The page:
Tuesday, December 18, 2007

More waiting for a Farm Bill

It's been delayed for a few years because the process is so time-consuming. It's been delayed this year because Congress and Bush can't agree on anything. Oh, wait, it's still going to be delayed, because whatever they turn out is going to be vetoed.

Well, that's legislation for you -- but the ag committee can't do much else until this goes through. That means delays in funding the USDA. The USDA does a number of important things (food inspection, WIC and food stamps, not to mention basic research like mine) that really shouldn't get put on the back burner for too long.

But I guess that's why the bill is so difficult -- it has to cover all these things, too, along with little stuff like subsidies.

Senate passes farm bill, moves to conference under veto threat
By Janie Gabbett on 12/17/2007 for Meatingplace.com

The Senate on Friday voted 79-14 to pass a version of the 2007 farm bill the White House has already threatened to veto, sending the legislation to the House-Senate conference committee to hash out differences and agree a bill that the White House will sign.

"This legislation is fundamentally flawed. Unless the House and Senate can come together and craft a measure that contains real reform, we are no closer to a good farm bill than we were before today's passage," Acting Secretary of Agriculture Chuck Conner said in a statement.

Conner acknowledged he was disappointed the Senate approved the bill by such a wide margin. Broadly, the Administration opposes the cost of the $286 billion farm bill, which it says includes $22 billion in unfunded commitments and includes $15 billion in new taxes, as well as the fact that it did not limit subsidies to wealthier farm owners as much as the Administration sought.

Packer livestock ownership

The Senate version of the bill includes a livestock title (Title X) that contains a provision that would only allow meatpackers to own livestock 14 days before slaughter.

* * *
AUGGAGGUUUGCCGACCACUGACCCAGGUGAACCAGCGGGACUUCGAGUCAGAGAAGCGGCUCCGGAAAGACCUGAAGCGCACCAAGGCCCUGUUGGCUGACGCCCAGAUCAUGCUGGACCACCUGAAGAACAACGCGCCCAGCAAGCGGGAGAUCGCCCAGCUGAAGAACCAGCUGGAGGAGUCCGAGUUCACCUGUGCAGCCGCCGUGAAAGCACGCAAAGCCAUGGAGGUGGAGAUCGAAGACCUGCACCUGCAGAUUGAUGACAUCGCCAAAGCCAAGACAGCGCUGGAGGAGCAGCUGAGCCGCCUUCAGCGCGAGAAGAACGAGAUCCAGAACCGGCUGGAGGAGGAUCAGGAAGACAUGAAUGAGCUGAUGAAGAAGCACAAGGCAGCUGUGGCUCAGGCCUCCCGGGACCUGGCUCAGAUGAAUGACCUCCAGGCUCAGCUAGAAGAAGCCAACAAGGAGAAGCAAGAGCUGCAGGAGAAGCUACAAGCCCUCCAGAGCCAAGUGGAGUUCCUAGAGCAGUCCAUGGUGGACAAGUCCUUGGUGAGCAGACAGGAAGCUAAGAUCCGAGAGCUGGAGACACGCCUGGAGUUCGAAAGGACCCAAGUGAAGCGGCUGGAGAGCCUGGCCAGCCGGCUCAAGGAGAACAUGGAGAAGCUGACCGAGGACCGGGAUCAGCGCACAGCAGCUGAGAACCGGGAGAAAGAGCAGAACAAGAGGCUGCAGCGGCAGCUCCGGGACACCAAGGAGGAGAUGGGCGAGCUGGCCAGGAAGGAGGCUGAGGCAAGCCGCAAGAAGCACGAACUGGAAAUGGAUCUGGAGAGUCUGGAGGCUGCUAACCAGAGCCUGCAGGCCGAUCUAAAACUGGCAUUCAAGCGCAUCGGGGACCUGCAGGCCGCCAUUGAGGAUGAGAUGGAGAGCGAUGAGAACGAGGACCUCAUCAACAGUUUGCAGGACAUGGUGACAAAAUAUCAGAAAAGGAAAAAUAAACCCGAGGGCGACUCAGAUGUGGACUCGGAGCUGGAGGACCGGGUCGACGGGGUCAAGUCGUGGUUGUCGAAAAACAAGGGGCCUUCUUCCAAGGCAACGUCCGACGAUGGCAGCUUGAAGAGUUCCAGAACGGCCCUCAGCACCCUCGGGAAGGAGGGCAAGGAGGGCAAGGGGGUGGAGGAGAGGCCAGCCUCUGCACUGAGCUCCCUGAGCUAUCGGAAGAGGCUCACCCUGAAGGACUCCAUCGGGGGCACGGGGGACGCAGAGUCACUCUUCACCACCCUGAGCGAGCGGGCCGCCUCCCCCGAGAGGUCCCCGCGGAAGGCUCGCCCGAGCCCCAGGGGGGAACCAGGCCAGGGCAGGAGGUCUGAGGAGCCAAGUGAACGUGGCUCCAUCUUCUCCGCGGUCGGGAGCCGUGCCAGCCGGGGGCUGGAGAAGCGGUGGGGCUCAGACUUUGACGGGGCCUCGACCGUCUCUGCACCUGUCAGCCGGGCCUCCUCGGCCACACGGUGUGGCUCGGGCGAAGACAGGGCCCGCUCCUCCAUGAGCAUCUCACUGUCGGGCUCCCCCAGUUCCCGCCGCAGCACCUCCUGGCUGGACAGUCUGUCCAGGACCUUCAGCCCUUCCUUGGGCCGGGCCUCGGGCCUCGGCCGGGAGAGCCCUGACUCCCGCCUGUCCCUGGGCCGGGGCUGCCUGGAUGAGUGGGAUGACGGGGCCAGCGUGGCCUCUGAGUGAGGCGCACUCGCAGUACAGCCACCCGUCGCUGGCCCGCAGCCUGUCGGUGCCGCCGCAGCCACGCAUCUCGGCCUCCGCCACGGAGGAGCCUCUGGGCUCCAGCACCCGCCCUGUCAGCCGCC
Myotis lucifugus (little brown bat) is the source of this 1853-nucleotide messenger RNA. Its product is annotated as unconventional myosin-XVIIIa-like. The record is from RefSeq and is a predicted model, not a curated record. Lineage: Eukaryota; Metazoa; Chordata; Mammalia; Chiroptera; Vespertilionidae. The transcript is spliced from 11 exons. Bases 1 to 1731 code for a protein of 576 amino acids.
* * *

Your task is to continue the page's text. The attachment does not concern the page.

"We have a number of concerns with key aspects of that whole competition title," Conner said, when asked on a teleconference with reporters if the Administration would seek changes in the packer livestock ownership provision.

"We're going to be working very closely with the conferees in both the House and Senate to address this issue very directly as we go into the conference," Mark Keenum, under secretary for farm and foreign agricultural services, told reporters, adding that the provision is, "impeding commerce and trade with a specific commodity, in this situation livestock, and that's a slippery slope."

Senate Agriculture Committee Chairman Tom Harkin (D-Iowa) praised the livestock title, saying in a statement, "The bill's livestock title will promote market opportunities for producers; it will protect animal health; and it will strengthen enforcement of the Packers and Stockyards Act."

COOL and state-inspected meat

Both House and Senate versions of the bill contain mandatory Country of Origin Labeling (COOL) provisions that meat industry groups have agreed they can live with.

The House version of the bill includes a provision that would allow some state-inspected meat to cross state lines.

Monday, December 10, 2007

Taking everything into account . . .

. . . you can't.

New research is saying that local foods don't necessarily have a lower carbon footprint. When you consider technical economies of scale (i.e. more efficient transport -- containers on trains instead of boxes in pickups), mass-produced fruits and vegetables shipped across the country use less gas than local ones from small farms. This is based on, for example, the gas per strawberry. Many strawberries makes light footprint.

There are other things the article didn't go into (machinery efficiency, farm supply shipping, etc.) that large monoculture farms have going for them as far as carbon footprint goes. With all of these things, I have to admit that buying all your groceries at Wal-Mart, especially with only one trip a week, uses the least carbon.

If that's your goal.